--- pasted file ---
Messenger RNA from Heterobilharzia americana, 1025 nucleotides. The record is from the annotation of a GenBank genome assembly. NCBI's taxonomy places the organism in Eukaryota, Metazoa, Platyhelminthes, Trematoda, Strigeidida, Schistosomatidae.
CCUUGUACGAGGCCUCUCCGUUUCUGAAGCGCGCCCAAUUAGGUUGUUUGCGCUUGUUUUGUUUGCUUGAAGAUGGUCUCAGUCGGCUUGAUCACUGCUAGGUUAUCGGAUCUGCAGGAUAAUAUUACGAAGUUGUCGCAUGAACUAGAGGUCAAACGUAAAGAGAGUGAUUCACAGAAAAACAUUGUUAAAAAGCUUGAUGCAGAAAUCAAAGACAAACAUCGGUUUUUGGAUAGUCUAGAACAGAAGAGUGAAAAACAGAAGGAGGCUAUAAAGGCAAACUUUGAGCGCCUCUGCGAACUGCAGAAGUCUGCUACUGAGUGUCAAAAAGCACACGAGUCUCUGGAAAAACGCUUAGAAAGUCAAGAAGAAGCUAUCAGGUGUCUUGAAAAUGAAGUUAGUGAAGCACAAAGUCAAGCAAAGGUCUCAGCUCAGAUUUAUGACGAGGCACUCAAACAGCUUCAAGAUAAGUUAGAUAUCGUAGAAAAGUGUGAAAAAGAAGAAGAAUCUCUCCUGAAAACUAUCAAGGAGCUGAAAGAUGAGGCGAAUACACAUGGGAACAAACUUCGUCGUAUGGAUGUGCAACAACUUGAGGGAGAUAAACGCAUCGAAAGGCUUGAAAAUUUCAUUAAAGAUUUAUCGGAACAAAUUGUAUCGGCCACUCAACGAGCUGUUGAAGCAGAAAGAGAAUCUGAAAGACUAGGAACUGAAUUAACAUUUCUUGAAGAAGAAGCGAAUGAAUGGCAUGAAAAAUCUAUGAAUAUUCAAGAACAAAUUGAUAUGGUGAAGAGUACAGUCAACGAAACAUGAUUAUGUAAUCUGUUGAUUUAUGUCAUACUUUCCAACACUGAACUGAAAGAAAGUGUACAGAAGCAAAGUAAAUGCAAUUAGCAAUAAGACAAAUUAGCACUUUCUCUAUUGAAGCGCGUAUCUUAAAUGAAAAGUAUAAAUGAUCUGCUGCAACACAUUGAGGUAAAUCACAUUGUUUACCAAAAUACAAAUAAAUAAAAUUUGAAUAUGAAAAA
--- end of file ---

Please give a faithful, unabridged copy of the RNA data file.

Messenger RNA from Heterobilharzia americana, 1025 nucleotides. The record is from the annotation of a GenBank genome assembly. NCBI's taxonomy places the organism in Eukaryota, Metazoa, Platyhelminthes, Trematoda, Strigeidida, Schistosomatidae.
CCUUGUACGAGGCCUCUCCGUUUCUGAAGCGCGCCCAAUUAGGUUGUUUGCGCUUGUUUUGUUUGCUUGAAGAUGGUCUCAGUCGGCUUGAUCACUGCUAGGUUAUCGGAUCUGCAGGAUAAUAUUACGAAGUUGUCGCAUGAACUAGAGGUCAAACGUAAAGAGAGUGAUUCACAGAAAAACAUUGUUAAAAAGCUUGAUGCAGAAAUCAAAGACAAACAUCGGUUUUUGGAUAGUCUAGAACAGAAGAGUGAAAAACAGAAGGAGGCUAUAAAGGCAAACUUUGAGCGCCUCUGCGAACUGCAGAAGUCUGCUACUGAGUGUCAAAAAGCACACGAGUCUCUGGAAAAACGCUUAGAAAGUCAAGAAGAAGCUAUCAGGUGUCUUGAAAAUGAAGUUAGUGAAGCACAAAGUCAAGCAAAGGUCUCAGCUCAGAUUUAUGACGAGGCACUCAAACAGCUUCAAGAUAAGUUAGAUAUCGUAGAAAAGUGUGAAAAAGAAGAAGAAUCUCUCCUGAAAACUAUCAAGGAGCUGAAAGAUGAGGCGAAUACACAUGGGAACAAACUUCGUCGUAUGGAUGUGCAACAACUUGAGGGAGAUAAACGCAUCGAAAGGCUUGAAAAUUUCAUUAAAGAUUUAUCGGAACAAAUUGUAUCGGCCACUCAACGAGCUGUUGAAGCAGAAAGAGAAUCUGAAAGACUAGGAACUGAAUUAACAUUUCUUGAAGAAGAAGCGAAUGAAUGGCAUGAAAAAUCUAUGAAUAUUCAAGAACAAAUUGAUAUGGUGAAGAGUACAGUCAACGAAACAUGAUUAUGUAAUCUGUUGAUUUAUGUCAUACUUUCCAACACUGAACUGAAAGAAAGUGUACAGAAGCAAAGUAAAUGCAAUUAGCAAUAAGACAAAUUAGCACUUUCUCUAUUGAAGCGCGUAUCUUAAAUGAAAAGUAUAAAUGAUCUGCUGCAACACAUUGAGGUAAAUCACAUUGUUUACCAAAAUACAAAUAAAUAAAAUUUGAAUAUGAAAAA